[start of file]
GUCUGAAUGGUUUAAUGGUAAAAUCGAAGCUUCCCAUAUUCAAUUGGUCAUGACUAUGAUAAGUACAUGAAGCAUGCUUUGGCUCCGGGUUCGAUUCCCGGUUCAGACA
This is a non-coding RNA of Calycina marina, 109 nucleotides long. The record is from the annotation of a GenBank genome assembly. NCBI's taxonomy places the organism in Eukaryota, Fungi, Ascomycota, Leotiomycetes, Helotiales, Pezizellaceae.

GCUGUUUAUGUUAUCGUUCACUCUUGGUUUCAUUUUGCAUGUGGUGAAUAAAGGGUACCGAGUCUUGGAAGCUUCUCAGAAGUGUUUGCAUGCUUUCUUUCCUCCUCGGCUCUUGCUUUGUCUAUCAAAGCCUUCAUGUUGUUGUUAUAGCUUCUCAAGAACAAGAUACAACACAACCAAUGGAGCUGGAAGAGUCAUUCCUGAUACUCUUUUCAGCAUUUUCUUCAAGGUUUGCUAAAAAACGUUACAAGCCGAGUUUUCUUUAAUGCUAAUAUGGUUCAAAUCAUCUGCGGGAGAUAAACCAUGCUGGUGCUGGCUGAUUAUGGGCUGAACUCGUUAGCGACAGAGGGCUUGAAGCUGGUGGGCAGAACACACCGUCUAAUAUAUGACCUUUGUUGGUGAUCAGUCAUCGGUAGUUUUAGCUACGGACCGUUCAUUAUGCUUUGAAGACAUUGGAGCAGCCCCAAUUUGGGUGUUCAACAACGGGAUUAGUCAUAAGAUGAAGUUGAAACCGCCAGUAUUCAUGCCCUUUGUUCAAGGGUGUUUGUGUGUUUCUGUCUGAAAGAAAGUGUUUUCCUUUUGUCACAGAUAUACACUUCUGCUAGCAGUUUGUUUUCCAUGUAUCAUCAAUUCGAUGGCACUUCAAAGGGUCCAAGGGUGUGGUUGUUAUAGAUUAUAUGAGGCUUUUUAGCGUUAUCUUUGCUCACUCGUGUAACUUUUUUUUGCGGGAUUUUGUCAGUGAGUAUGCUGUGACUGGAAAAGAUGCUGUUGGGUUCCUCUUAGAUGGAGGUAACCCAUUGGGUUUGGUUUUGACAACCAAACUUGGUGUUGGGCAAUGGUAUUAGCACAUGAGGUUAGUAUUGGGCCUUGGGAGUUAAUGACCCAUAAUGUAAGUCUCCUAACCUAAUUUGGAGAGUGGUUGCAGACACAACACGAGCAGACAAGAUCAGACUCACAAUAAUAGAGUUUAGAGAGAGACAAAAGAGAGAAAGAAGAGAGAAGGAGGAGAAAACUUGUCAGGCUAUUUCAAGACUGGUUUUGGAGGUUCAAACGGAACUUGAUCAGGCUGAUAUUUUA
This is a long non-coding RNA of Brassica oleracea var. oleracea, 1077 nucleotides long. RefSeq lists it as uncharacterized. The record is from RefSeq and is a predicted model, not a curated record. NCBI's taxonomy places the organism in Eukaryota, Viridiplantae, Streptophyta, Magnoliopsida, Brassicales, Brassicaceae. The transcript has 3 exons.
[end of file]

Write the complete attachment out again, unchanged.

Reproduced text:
GUCUGAAUGGUUUAAUGGUAAAAUCGAAGCUUCCCAUAUUCAAUUGGUCAUGACUAUGAUAAGUACAUGAAGCAUGCUUUGGCUCCGGGUUCGAUUCCCGGUUCAGACA
This is a non-coding RNA of Calycina marina, 109 nucleotides long. The record is from the annotation of a GenBank genome assembly. NCBI's taxonomy places the organism in Eukaryota, Fungi, Ascomycota, Leotiomycetes, Helotiales, Pezizellaceae.

GCUGUUUAUGUUAUCGUUCACUCUUGGUUUCAUUUUGCAUGUGGUGAAUAAAGGGUACCGAGUCUUGGAAGCUUCUCAGAAGUGUUUGCAUGCUUUCUUUCCUCCUCGGCUCUUGCUUUGUCUAUCAAAGCCUUCAUGUUGUUGUUAUAGCUUCUCAAGAACAAGAUACAACACAACCAAUGGAGCUGGAAGAGUCAUUCCUGAUACUCUUUUCAGCAUUUUCUUCAAGGUUUGCUAAAAAACGUUACAAGCCGAGUUUUCUUUAAUGCUAAUAUGGUUCAAAUCAUCUGCGGGAGAUAAACCAUGCUGGUGCUGGCUGAUUAUGGGCUGAACUCGUUAGCGACAGAGGGCUUGAAGCUGGUGGGCAGAACACACCGUCUAAUAUAUGACCUUUGUUGGUGAUCAGUCAUCGGUAGUUUUAGCUACGGACCGUUCAUUAUGCUUUGAAGACAUUGGAGCAGCCCCAAUUUGGGUGUUCAACAACGGGAUUAGUCAUAAGAUGAAGUUGAAACCGCCAGUAUUCAUGCCCUUUGUUCAAGGGUGUUUGUGUGUUUCUGUCUGAAAGAAAGUGUUUUCCUUUUGUCACAGAUAUACACUUCUGCUAGCAGUUUGUUUUCCAUGUAUCAUCAAUUCGAUGGCACUUCAAAGGGUCCAAGGGUGUGGUUGUUAUAGAUUAUAUGAGGCUUUUUAGCGUUAUCUUUGCUCACUCGUGUAACUUUUUUUUGCGGGAUUUUGUCAGUGAGUAUGCUGUGACUGGAAAAGAUGCUGUUGGGUUCCUCUUAGAUGGAGGUAACCCAUUGGGUUUGGUUUUGACAACCAAACUUGGUGUUGGGCAAUGGUAUUAGCACAUGAGGUUAGUAUUGGGCCUUGGGAGUUAAUGACCCAUAAUGUAAGUCUCCUAACCUAAUUUGGAGAGUGGUUGCAGACACAACACGAGCAGACAAGAUCAGACUCACAAUAAUAGAGUUUAGAGAGAGACAAAAGAGAGAAAGAAGAGAGAAGGAGGAGAAAACUUGUCAGGCUAUUUCAAGACUGGUUUUGGAGGUUCAAACGGAACUUGAUCAGGCUGAUAUUUUA
This is a long non-coding RNA of Brassica oleracea var. oleracea, 1077 nucleotides long. RefSeq lists it as uncharacterized. The record is from RefSeq and is a predicted model, not a curated record. NCBI's taxonomy places the organism in Eukaryota, Viridiplantae, Streptophyta, Magnoliopsida, Brassicales, Brassicaceae. The transcript has 3 exons.